Van Dantzig Seminar

nationwide series of lectures in statistics

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Next Van Dantzig Seminar: 5 april 2019

Speakers: Paul Fearnhead, Chris Oates, Lorenzo Rosasco

Programme: (click names or scroll down for titles and abstracts)

14:00 - 15:00 Lorenzo Rosasco (Universita di Genova, MIT)
15:00 - 15:20 Break
15:20 - 16:20 Chris Oates (Newcastle University)
16:20 - 16:40 Break
16:40 - 17:40 Paul Fearnhead (University of Lancaster)
17:40 - Reception
Location: VU Amsterdam, room WN-C624 (Wis- en natuurkundegebouw)

Titles and abstracts

  • Lorenzo Rosasco

    Unconventional regularization for efficient and sustainable machine learning

    Classic algorithm design is based on penalizing or imposing explicit constraints to an empirical objective function, which is eventually optimized. In practice, however, a number of different algorithmic solutions are employed. Their effect on final performance is hard to assess a priori and typically done empirically. In this talk, I will consider a nonparametric linear least squares framework and will take a regularization perspective to understand the effect of two commonly used ideas: sketching and iterative optimization. This analysis will highlight the role and the interplay of different algorithmic choices, including training time, step-size, mini-batch size, and the choice of sketching, among others. Indeed, one can view all these choices as implementing a form of “algorithmic regularization”. The obtained results provide new and practical guidelines for algorithm design. They suggest that optimal statistical accuracy can be achieved while dramatically improving computational efficiency. Theoretical findings will be illustrated in the context of large scale kernel methods, where we developed the first solvers able to scale to millions of training points.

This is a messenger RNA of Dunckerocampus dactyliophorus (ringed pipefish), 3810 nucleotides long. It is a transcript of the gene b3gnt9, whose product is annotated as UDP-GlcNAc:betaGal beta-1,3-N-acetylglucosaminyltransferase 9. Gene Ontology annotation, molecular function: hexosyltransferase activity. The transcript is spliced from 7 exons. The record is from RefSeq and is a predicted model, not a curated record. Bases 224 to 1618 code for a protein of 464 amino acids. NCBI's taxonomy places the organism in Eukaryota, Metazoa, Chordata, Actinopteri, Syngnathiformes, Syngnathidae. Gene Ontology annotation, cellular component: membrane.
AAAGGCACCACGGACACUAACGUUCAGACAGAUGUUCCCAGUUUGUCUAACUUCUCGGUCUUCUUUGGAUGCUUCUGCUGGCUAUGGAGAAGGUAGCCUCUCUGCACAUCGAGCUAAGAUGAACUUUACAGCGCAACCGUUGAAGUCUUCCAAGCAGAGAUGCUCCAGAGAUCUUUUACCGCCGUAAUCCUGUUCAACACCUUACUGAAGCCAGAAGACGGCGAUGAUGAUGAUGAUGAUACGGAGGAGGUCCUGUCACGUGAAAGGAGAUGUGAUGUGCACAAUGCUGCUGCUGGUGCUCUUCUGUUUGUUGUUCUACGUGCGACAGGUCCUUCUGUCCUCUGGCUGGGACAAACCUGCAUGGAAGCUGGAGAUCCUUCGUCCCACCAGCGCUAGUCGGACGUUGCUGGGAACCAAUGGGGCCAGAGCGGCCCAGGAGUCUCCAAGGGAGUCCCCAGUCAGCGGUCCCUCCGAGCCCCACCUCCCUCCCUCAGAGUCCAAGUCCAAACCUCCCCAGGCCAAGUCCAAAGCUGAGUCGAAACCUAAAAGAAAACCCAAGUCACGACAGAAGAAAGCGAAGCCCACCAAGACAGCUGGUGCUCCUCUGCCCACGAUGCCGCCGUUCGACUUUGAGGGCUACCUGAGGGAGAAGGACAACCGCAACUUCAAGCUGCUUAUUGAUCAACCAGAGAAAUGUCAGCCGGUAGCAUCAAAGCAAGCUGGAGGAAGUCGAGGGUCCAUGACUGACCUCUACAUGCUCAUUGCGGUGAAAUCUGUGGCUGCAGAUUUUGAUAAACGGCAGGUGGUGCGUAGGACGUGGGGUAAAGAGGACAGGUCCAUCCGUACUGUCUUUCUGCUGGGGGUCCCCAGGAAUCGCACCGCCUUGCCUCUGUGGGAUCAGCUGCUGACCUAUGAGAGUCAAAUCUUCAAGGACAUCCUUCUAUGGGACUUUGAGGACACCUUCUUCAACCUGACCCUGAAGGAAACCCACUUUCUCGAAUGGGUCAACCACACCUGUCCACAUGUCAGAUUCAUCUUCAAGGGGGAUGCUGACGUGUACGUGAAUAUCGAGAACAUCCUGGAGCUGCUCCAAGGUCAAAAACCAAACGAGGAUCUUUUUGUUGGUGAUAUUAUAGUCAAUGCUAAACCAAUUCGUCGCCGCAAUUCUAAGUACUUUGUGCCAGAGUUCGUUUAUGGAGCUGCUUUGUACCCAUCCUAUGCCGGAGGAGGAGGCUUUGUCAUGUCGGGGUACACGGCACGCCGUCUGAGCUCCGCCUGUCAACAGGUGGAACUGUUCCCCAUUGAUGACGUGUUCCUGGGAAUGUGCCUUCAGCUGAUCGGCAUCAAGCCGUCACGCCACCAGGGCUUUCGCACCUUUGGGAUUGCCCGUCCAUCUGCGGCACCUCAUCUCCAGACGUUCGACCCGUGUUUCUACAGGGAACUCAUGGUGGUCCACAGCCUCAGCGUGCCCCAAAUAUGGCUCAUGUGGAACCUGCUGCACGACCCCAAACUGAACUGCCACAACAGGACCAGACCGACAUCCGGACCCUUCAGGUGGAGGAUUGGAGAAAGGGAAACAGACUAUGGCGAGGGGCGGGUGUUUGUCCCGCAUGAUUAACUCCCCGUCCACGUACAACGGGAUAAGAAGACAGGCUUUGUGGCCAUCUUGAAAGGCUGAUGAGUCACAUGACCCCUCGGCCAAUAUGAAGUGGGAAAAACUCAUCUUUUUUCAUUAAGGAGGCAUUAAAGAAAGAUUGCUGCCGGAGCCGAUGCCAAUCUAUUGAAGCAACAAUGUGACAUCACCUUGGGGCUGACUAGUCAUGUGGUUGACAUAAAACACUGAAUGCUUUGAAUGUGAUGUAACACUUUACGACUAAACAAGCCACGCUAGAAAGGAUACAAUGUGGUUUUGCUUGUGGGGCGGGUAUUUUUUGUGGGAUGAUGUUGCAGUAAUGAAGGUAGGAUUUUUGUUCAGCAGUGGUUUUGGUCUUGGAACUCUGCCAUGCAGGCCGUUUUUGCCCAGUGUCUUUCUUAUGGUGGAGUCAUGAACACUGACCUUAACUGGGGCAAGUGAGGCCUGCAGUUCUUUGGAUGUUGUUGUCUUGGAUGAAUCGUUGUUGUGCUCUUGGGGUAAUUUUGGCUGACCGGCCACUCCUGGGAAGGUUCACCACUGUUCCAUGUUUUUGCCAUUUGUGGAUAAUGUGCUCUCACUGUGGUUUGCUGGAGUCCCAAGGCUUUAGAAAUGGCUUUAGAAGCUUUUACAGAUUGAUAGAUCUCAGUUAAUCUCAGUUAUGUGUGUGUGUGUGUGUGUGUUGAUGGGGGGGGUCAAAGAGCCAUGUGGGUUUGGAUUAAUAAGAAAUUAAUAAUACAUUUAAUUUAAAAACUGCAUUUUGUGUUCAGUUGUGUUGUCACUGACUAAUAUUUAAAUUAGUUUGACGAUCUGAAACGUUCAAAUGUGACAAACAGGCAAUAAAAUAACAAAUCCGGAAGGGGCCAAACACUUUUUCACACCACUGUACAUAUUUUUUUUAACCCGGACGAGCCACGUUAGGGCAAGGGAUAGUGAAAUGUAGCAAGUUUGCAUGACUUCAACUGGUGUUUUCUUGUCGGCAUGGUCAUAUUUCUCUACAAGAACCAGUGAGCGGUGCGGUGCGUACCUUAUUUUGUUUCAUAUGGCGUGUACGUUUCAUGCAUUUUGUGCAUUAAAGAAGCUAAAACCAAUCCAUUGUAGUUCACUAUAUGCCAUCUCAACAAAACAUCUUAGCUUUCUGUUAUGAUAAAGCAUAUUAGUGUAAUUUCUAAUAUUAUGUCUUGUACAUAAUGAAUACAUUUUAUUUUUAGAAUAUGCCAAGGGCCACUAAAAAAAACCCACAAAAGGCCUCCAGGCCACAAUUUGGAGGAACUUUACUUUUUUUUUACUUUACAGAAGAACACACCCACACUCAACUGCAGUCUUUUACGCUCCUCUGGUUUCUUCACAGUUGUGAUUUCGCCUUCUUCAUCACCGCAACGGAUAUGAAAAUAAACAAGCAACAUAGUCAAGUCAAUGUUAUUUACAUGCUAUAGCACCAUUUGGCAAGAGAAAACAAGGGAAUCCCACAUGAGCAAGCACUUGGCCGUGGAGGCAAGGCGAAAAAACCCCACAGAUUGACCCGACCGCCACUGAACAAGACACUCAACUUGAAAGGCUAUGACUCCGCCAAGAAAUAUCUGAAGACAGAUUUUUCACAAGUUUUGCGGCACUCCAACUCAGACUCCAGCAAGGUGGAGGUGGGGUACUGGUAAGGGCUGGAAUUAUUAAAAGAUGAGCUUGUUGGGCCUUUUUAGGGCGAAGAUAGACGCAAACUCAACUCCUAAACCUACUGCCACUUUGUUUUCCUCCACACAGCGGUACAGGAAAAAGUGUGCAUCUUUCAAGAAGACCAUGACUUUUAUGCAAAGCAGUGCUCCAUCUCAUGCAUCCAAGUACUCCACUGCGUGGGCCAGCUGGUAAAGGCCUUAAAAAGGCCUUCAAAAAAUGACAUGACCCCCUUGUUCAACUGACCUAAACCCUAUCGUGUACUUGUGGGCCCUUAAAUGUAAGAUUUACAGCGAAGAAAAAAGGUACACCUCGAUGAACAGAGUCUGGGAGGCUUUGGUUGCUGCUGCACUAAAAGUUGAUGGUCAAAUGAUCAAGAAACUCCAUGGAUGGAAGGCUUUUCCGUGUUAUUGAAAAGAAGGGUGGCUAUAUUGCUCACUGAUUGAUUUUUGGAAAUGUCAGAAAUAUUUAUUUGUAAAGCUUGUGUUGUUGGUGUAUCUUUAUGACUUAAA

• Paul Fearnhead

    Efficient Approaches to Changepoint Problems with Dependence Across Segments

    Changepoint detection is an increasingly important problem across a range of applications. It is most commonly encountered when analysing time-series data, where changepoints correspond to points in time where some feature of the data, for example its mean, changes abruptly. Often there are important computational constraints when analysing such data, with the number of data sequences and their lengths meaning that only very efficient methods for detecting changepoints are practically feasible. A natural way of estimating the number and location of changepoints is to minimise a cost that trades-off a measure of fit to the data with the number of changepoints fitted. There are now some efficient algorithms that can exactly solve the resulting optimisation problem, but they are only applicable in situations where there is no dependence of the mean of the data across segments. Using such methods can lead to a loss of statistical efficiency in situations where e.g. it is known that the change in mean must be positive. This talk will present a new class of efficient algorithms that can exactly minimise our cost whilst imposing certain constraints on the relationship of the mean before and after a change. These algorithms have links to recursions that are seen for discrete-state hidden Markov Models, and within sequential Monte Carlo. We demonstrate the usefulness of these algorithms on problems such as detecting spikes in calcium imaging data. Our algorithm can analyse data of length 100,000 in less than a second, and has been used by the Allen Brain Institute to analyse the spike patterns of over 60,000 neurons. This is joint work with Toby Hocking, Sean Jewell, Guillem Rigaill and Daniela Witten.

  • Chris Oates

    Stein's Method in Computational Statistics

    This is a talk on computational Bayesian statistics; in particular, we aim to show how the judicious use of Stein's method enables generation of low-discrepancy point sets for posterior approximation, as well as rate-optimal approximation of posterior integrals of Sobolev functions.

Van Dantzig Seminar

The Van Dantzig seminar is a nationwide series of lectures in statistics, which features renowned international and local speakers, from the full width of the statistical sciences. The name honours David van Dantzig (1900-1959), who was the first modern statistician in the Netherlands, and professor in the "Theory of Collective Phenomena" (i.e. statistics) in Amsterdam. The seminar will convene 4 to 6 times a year at varying locations, and is supported financially by among others the STAR cluster and the Section Mathematical Statistics of the VVS-OR.

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